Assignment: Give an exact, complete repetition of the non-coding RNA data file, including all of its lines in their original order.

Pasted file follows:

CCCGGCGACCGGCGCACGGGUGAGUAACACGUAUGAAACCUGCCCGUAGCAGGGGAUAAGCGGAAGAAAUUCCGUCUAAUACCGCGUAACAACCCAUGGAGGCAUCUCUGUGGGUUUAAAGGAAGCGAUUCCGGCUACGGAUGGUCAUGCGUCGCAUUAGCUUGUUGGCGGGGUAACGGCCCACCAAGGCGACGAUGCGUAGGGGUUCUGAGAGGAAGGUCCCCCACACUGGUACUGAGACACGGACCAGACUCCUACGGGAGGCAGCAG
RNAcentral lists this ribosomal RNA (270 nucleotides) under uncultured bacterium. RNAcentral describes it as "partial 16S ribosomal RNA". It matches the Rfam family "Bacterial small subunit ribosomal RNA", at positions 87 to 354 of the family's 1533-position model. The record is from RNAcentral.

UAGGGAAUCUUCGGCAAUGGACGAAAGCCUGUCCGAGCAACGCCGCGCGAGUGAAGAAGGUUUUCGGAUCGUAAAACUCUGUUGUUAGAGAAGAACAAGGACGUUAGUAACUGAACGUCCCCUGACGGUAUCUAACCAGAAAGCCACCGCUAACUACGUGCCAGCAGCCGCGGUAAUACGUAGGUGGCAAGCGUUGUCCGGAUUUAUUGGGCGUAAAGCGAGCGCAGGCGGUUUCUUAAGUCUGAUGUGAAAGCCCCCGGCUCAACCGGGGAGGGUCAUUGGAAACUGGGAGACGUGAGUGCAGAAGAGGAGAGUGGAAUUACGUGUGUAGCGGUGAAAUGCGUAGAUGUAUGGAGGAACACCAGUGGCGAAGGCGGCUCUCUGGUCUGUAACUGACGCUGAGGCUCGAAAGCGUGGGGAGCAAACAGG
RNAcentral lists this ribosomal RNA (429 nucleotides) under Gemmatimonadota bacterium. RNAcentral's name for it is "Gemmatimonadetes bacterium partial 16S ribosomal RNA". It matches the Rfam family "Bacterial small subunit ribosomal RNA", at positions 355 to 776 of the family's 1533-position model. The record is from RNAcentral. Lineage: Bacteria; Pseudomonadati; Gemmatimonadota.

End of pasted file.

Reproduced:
CCCGGCGACCGGCGCACGGGUGAGUAACACGUAUGAAACCUGCCCGUAGCAGGGGAUAAGCGGAAGAAAUUCCGUCUAAUACCGCGUAACAACCCAUGGAGGCAUCUCUGUGGGUUUAAAGGAAGCGAUUCCGGCUACGGAUGGUCAUGCGUCGCAUUAGCUUGUUGGCGGGGUAACGGCCCACCAAGGCGACGAUGCGUAGGGGUUCUGAGAGGAAGGUCCCCCACACUGGUACUGAGACACGGACCAGACUCCUACGGGAGGCAGCAG
RNAcentral lists this ribosomal RNA (270 nucleotides) under uncultured bacterium. RNAcentral describes it as "partial 16S ribosomal RNA". It matches the Rfam family "Bacterial small subunit ribosomal RNA", at positions 87 to 354 of the family's 1533-position model. The record is from RNAcentral.

UAGGGAAUCUUCGGCAAUGGACGAAAGCCUGUCCGAGCAACGCCGCGCGAGUGAAGAAGGUUUUCGGAUCGUAAAACUCUGUUGUUAGAGAAGAACAAGGACGUUAGUAACUGAACGUCCCCUGACGGUAUCUAACCAGAAAGCCACCGCUAACUACGUGCCAGCAGCCGCGGUAAUACGUAGGUGGCAAGCGUUGUCCGGAUUUAUUGGGCGUAAAGCGAGCGCAGGCGGUUUCUUAAGUCUGAUGUGAAAGCCCCCGGCUCAACCGGGGAGGGUCAUUGGAAACUGGGAGACGUGAGUGCAGAAGAGGAGAGUGGAAUUACGUGUGUAGCGGUGAAAUGCGUAGAUGUAUGGAGGAACACCAGUGGCGAAGGCGGCUCUCUGGUCUGUAACUGACGCUGAGGCUCGAAAGCGUGGGGAGCAAACAGG
RNAcentral lists this ribosomal RNA (429 nucleotides) under Gemmatimonadota bacterium. RNAcentral's name for it is "Gemmatimonadetes bacterium partial 16S ribosomal RNA". It matches the Rfam family "Bacterial small subunit ribosomal RNA", at positions 355 to 776 of the family's 1533-position model. The record is from RNAcentral. Lineage: Bacteria; Pseudomonadati; Gemmatimonadota.